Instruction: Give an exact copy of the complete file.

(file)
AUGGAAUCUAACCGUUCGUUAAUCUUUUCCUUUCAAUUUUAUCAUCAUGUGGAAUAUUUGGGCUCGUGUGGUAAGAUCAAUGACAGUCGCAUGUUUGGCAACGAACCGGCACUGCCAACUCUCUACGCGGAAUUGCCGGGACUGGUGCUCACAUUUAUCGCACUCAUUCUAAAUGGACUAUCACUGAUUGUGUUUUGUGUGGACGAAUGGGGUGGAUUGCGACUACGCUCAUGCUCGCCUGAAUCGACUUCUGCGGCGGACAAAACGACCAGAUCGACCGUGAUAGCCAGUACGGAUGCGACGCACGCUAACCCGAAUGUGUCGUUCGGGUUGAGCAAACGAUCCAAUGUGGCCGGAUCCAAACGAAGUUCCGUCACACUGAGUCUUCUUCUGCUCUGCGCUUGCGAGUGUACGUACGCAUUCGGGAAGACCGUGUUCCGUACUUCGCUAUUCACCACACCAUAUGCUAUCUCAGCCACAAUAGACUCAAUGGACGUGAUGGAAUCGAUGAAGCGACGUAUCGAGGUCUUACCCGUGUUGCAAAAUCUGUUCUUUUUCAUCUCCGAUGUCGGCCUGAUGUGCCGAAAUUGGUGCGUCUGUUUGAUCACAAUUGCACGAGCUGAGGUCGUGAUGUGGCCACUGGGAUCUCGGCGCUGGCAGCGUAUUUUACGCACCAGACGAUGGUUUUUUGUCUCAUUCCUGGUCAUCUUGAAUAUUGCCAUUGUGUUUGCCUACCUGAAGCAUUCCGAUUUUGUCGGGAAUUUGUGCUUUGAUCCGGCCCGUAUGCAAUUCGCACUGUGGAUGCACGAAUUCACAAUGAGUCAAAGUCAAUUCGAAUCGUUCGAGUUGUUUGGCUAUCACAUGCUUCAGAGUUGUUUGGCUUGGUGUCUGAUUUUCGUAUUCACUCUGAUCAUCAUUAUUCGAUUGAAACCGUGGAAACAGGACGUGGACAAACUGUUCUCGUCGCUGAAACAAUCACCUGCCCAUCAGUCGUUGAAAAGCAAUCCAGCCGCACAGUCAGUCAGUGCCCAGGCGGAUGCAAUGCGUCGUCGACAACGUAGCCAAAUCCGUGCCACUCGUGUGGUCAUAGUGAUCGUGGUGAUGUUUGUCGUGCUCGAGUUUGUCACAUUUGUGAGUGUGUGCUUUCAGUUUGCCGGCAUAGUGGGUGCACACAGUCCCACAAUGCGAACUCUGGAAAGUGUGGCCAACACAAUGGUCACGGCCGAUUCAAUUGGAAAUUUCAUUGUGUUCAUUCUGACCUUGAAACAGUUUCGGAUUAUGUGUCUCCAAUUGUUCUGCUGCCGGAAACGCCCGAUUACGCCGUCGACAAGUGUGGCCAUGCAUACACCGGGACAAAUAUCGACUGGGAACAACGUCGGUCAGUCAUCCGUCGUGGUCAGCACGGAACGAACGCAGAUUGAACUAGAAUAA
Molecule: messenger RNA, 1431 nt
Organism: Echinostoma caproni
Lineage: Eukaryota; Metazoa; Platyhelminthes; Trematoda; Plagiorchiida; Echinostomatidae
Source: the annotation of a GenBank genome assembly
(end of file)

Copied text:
AUGGAAUCUAACCGUUCGUUAAUCUUUUCCUUUCAAUUUUAUCAUCAUGUGGAAUAUUUGGGCUCGUGUGGUAAGAUCAAUGACAGUCGCAUGUUUGGCAACGAACCGGCACUGCCAACUCUCUACGCGGAAUUGCCGGGACUGGUGCUCACAUUUAUCGCACUCAUUCUAAAUGGACUAUCACUGAUUGUGUUUUGUGUGGACGAAUGGGGUGGAUUGCGACUACGCUCAUGCUCGCCUGAAUCGACUUCUGCGGCGGACAAAACGACCAGAUCGACCGUGAUAGCCAGUACGGAUGCGACGCACGCUAACCCGAAUGUGUCGUUCGGGUUGAGCAAACGAUCCAAUGUGGCCGGAUCCAAACGAAGUUCCGUCACACUGAGUCUUCUUCUGCUCUGCGCUUGCGAGUGUACGUACGCAUUCGGGAAGACCGUGUUCCGUACUUCGCUAUUCACCACACCAUAUGCUAUCUCAGCCACAAUAGACUCAAUGGACGUGAUGGAAUCGAUGAAGCGACGUAUCGAGGUCUUACCCGUGUUGCAAAAUCUGUUCUUUUUCAUCUCCGAUGUCGGCCUGAUGUGCCGAAAUUGGUGCGUCUGUUUGAUCACAAUUGCACGAGCUGAGGUCGUGAUGUGGCCACUGGGAUCUCGGCGCUGGCAGCGUAUUUUACGCACCAGACGAUGGUUUUUUGUCUCAUUCCUGGUCAUCUUGAAUAUUGCCAUUGUGUUUGCCUACCUGAAGCAUUCCGAUUUUGUCGGGAAUUUGUGCUUUGAUCCGGCCCGUAUGCAAUUCGCACUGUGGAUGCACGAAUUCACAAUGAGUCAAAGUCAAUUCGAAUCGUUCGAGUUGUUUGGCUAUCACAUGCUUCAGAGUUGUUUGGCUUGGUGUCUGAUUUUCGUAUUCACUCUGAUCAUCAUUAUUCGAUUGAAACCGUGGAAACAGGACGUGGACAAACUGUUCUCGUCGCUGAAACAAUCACCUGCCCAUCAGUCGUUGAAAAGCAAUCCAGCCGCACAGUCAGUCAGUGCCCAGGCGGAUGCAAUGCGUCGUCGACAACGUAGCCAAAUCCGUGCCACUCGUGUGGUCAUAGUGAUCGUGGUGAUGUUUGUCGUGCUCGAGUUUGUCACAUUUGUGAGUGUGUGCUUUCAGUUUGCCGGCAUAGUGGGUGCACACAGUCCCACAAUGCGAACUCUGGAAAGUGUGGCCAACACAAUGGUCACGGCCGAUUCAAUUGGAAAUUUCAUUGUGUUCAUUCUGACCUUGAAACAGUUUCGGAUUAUGUGUCUCCAAUUGUUCUGCUGCCGGAAACGCCCGAUUACGCCGUCGACAAGUGUGGCCAUGCAUACACCGGGACAAAUAUCGACUGGGAACAACGUCGGUCAGUCAUCCGUCGUGGUCAGCACGGAACGAACGCAGAUUGAACUAGAAUAA
Molecule: messenger RNA, 1431 nt
Organism: Echinostoma caproni
Lineage: Eukaryota; Metazoa; Platyhelminthes; Trematoda; Plagiorchiida; Echinostomatidae
Source: the annotation of a GenBank genome assembly